How the dog became the dog

Derr - How dog became dogPUBLISHING YEAR: 2012

SUMMARY: (Non-systematic) review of the various theories behind the dog’s evolution.

AUDIENCE: The book fits most comfortably in the science popularization section if you scrap the popularization part. It reads more like a textbook without peer review or citations. Try it if you’re comfortable with quite a bit of evolutionary biology jargon.

03 Academic


The work is ambitious, drops exhilarating intellectual bombs, and (rightly) questions prevailing academic opinions on dog evolution. It could also be dense, long-winded and confusing. Infuriatingly so at times.

Pearls of wisdom

Many passages deeply resonated with me. His criticisms of the accepted views on dog domestication, for example, were well worthy of serious consideration. Not even Trut’s paper on Belyaev foxes or Coppinger’s dump dog hypothesis were immune to his sharp, no-nonsense scrutiny.

At times, he gave me highly re-usable nuggets: great turns of phrases for big concepts. Enjoy these examples:

  • p. 60: (about roaming dog management policies) “The policy […] is a direct reflection of the absolute divide many people, academics among them, draw between the wild and the natural, the domesticated and the human-built”
  • p. 258: “Official breeds are cultural and biological entities born of acts of imagination grounded in a few facts about the origin of a particular breed”
  • p. 264: (talking of the dog straggling the human and animal world) “The dog roams there with one eye looking forward, the other back, one on each world.”

The book was sprinkled with these gems.

Nice touches

The author showed a breath-taking grasp of a variety of fields. He seemed equally at ease discussing genetics, paleontology and evolutionary biology; Babylonian mythology, epistemology and Shakespeare; oh, and neuroscience of course.

While it’s not a-laugh-a-minute book, it did have me in stitches with its uber-nerdy humour on occasion. Take page 101 (discussing meat-eating neanderthals) “… as close to being a total carnivore as any human species has come, late-twentieth-century American beef eaters notwithstanding.”

The breadth of the book was gigantic, covering evolution and domestication of course, but also nomenclature, the dog-human relationship, dog breeds and working dogs. After reading these passages, I can tackle the topics with important new facts or a greater understanding of the underlying logic. The chapter on dog breeds was one of the most illuminating in my opinion.

The reference section left me feeling small. The guy really did his homework. And then some. Reading the book I felt lucky that I could benefit from all his research as it would take me five lifetimes to read as much as he did.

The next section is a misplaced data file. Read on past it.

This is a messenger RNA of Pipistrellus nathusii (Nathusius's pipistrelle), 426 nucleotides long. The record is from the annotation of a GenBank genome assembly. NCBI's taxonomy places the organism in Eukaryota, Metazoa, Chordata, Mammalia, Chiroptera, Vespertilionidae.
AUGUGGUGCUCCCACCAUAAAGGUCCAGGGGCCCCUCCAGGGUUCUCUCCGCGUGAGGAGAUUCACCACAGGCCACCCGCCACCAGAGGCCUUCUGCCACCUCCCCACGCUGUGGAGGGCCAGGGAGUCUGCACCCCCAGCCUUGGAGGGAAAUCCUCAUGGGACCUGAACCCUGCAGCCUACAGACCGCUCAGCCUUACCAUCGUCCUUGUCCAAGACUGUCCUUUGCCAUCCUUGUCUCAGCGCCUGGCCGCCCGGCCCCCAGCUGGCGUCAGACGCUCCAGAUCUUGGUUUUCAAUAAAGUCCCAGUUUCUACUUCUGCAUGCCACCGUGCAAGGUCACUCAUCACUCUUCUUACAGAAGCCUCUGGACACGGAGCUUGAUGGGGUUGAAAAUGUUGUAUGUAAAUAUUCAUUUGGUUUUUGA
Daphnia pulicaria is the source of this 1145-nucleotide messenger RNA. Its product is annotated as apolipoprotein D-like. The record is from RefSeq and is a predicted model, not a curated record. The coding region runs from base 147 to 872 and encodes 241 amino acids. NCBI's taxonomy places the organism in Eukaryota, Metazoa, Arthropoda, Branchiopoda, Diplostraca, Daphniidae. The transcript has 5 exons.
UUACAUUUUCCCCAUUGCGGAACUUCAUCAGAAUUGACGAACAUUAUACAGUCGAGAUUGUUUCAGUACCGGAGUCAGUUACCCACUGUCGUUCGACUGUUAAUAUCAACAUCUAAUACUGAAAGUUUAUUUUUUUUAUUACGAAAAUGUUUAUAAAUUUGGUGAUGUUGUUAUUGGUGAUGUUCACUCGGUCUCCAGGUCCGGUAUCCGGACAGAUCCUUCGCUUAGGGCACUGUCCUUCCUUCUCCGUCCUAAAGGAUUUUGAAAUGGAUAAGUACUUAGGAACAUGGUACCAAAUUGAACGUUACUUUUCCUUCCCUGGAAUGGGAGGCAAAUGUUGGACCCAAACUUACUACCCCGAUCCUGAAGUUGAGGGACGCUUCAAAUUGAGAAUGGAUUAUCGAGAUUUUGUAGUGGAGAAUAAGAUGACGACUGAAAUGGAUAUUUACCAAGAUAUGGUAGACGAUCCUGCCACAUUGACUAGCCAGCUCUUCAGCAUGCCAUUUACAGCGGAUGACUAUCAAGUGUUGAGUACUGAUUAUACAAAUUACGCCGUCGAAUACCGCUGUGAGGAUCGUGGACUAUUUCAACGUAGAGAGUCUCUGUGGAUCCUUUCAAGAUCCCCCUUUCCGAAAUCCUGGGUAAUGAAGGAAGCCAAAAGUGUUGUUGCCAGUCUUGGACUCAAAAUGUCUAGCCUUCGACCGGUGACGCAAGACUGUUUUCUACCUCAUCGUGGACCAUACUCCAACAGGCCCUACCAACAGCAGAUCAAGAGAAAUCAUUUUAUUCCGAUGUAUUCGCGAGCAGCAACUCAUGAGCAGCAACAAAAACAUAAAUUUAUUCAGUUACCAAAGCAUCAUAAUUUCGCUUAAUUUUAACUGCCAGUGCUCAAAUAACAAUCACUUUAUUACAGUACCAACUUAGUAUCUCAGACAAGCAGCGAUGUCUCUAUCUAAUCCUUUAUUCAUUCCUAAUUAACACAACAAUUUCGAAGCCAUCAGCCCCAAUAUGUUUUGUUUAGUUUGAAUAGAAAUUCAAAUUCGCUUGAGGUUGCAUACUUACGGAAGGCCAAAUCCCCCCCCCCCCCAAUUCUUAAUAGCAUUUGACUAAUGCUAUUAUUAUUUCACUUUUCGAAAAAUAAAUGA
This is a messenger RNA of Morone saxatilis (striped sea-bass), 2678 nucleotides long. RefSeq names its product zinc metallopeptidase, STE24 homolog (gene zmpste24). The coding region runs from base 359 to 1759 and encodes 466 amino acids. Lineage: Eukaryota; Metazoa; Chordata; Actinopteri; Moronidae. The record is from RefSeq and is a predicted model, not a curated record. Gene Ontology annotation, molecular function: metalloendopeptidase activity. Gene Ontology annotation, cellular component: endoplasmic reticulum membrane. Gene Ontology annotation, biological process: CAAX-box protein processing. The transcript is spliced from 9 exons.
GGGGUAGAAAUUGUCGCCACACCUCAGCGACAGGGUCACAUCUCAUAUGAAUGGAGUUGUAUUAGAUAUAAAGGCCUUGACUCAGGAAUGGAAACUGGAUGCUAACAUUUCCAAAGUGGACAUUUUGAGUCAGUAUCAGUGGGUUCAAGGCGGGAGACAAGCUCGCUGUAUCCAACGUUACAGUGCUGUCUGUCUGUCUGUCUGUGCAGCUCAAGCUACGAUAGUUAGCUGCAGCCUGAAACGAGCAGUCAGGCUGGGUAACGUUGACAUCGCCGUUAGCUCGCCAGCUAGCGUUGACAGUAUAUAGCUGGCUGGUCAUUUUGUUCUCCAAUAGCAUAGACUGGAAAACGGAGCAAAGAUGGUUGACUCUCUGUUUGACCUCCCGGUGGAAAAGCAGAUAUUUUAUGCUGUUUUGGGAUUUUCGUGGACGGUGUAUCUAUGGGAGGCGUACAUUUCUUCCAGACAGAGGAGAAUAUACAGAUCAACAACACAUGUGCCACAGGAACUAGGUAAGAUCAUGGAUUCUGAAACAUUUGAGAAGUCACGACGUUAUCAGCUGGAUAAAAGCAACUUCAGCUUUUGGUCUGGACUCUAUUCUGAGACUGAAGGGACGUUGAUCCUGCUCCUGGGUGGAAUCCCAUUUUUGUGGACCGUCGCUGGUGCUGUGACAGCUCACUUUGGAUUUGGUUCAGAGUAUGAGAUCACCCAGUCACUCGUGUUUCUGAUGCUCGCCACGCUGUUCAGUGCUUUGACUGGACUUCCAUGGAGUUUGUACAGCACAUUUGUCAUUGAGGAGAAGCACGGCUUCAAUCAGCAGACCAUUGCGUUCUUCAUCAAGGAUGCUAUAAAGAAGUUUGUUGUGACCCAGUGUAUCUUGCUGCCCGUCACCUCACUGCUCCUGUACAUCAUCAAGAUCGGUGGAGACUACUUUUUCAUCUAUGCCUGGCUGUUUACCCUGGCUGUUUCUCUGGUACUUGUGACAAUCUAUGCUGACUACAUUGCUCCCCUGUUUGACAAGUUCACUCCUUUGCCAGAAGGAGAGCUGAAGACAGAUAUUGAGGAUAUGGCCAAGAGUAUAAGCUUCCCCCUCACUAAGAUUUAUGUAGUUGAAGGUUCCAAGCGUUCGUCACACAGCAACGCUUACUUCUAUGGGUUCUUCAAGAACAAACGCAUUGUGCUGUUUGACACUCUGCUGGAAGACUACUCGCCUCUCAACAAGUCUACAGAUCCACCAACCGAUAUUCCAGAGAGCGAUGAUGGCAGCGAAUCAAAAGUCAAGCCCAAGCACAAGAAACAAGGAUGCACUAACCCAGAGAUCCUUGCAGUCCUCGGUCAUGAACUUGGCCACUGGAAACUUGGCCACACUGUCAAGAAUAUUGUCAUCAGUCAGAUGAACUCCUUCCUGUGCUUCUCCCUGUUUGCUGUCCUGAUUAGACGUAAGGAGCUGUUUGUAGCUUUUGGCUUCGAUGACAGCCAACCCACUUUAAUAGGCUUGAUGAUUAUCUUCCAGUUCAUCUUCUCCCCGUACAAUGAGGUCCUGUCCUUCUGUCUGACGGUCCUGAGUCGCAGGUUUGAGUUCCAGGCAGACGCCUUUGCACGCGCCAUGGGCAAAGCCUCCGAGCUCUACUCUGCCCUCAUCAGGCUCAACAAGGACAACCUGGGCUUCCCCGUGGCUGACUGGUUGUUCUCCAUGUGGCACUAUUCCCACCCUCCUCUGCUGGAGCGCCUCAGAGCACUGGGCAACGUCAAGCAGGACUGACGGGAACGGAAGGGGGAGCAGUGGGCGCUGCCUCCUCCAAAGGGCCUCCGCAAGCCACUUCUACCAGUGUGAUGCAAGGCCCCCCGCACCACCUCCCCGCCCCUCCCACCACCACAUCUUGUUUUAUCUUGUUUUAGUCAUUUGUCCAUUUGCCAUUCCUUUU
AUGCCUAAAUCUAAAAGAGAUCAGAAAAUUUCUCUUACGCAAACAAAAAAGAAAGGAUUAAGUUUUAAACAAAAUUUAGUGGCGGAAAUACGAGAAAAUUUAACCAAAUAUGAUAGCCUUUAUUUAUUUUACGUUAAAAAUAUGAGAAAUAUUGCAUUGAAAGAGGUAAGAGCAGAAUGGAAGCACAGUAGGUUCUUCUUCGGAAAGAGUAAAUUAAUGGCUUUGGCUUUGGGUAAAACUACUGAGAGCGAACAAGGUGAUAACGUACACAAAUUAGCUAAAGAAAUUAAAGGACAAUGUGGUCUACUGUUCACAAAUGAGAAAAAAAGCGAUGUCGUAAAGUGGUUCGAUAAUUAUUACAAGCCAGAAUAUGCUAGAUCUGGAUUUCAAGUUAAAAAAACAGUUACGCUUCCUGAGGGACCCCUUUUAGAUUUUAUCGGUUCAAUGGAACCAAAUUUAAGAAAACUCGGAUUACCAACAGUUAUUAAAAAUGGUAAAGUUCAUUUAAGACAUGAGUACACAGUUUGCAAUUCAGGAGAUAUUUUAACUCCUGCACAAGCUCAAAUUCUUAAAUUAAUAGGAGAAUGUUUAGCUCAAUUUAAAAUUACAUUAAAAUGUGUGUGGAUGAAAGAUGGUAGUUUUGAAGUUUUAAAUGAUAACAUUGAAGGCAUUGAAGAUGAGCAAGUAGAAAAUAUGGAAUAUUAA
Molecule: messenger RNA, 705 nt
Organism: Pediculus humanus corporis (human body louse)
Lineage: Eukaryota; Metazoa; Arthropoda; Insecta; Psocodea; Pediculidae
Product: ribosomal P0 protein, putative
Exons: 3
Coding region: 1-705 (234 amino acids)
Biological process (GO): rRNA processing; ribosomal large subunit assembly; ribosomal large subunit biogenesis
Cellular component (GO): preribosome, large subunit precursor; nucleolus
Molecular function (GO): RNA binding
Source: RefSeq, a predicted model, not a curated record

Suggestions for improvement

It took long, dreary, detailed chapters about, say, the geographic movements of ancient humans and canids, to come to the conclusion that the established theories don’t hold water. This level of detail detracted me from getting to the meat of his idea at times.

I expected systematic in-text citations from someone writing in such exacting details. The work is so richly researched that I could see myself quoting it when writing formally on the topic. Only I can’t because it does not systematically quote its sources in the relevant passages.

On many occasions, the author proposes arguments that don’t necessarily hold water. It would be arrogant of me to question his logic but hey, science is a game of criticism, right? I spotted a few wobbly arguments of the form: X is true, Y is true therefore Z is true; when neither X nor Y was established and the ‘therefore’ was a biiiig stretch.

Some passages were so speculative I wondered why they’d been written in the first place. I respect that he warned the reader but he lost me in chapters crippled with “perhaps,” “in all likelihood,” “seems to” and “probably.” I thank you for your honesty but you will lose my interest when it becomes unadulterated speculation.

Too many sentences were… half a page long! Here’s an example (p. 127). Hold on to your horses: “I think it is safe to say that among the changes in the brains of wolves and humans that the Upper Palaeolithic Revolution triggered or was triggered by were several that expanded their ability to recognize and accept “the other” as a unique and independent being, while at the same time showing fealty–even occasionally fawning devotion–to him or her.” The whole strategy of “Why say it in 10 words when I can say it in 100,000,000?” got pretty tiresome at times.

It’s a tall order, but I would love to see next editions of this book resolve the pop science vs. textbook identity crisis. If pop science, then please slash the jargon or systematically explain it in children’s terms. Either that, or the audience will be restricted to zoology-trained readers who don’t need citable work. Not a common breed.

I would have loved to see one final chapter integrating all his ideas together concretely and condensely. Instead, I was left with a million strands of ideas that, as arresting as they are, didn’t necessarily inter-mesh.


If you’re after a beach read, walk on by. I had to be on five-espresso mode to get much of it. And not without one or two headaches. If you want to enrich your knowledge about dog evolution and are ready for some tough passages, it might be your baby.

So, it was infuriating. It was intriguing. It was puzzling. It was tiring. It was enriching. It was humbling.

I am SO glad I’ve gone through it but I’ll never do it again.

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Author: Derr Mark
Genre: pop science
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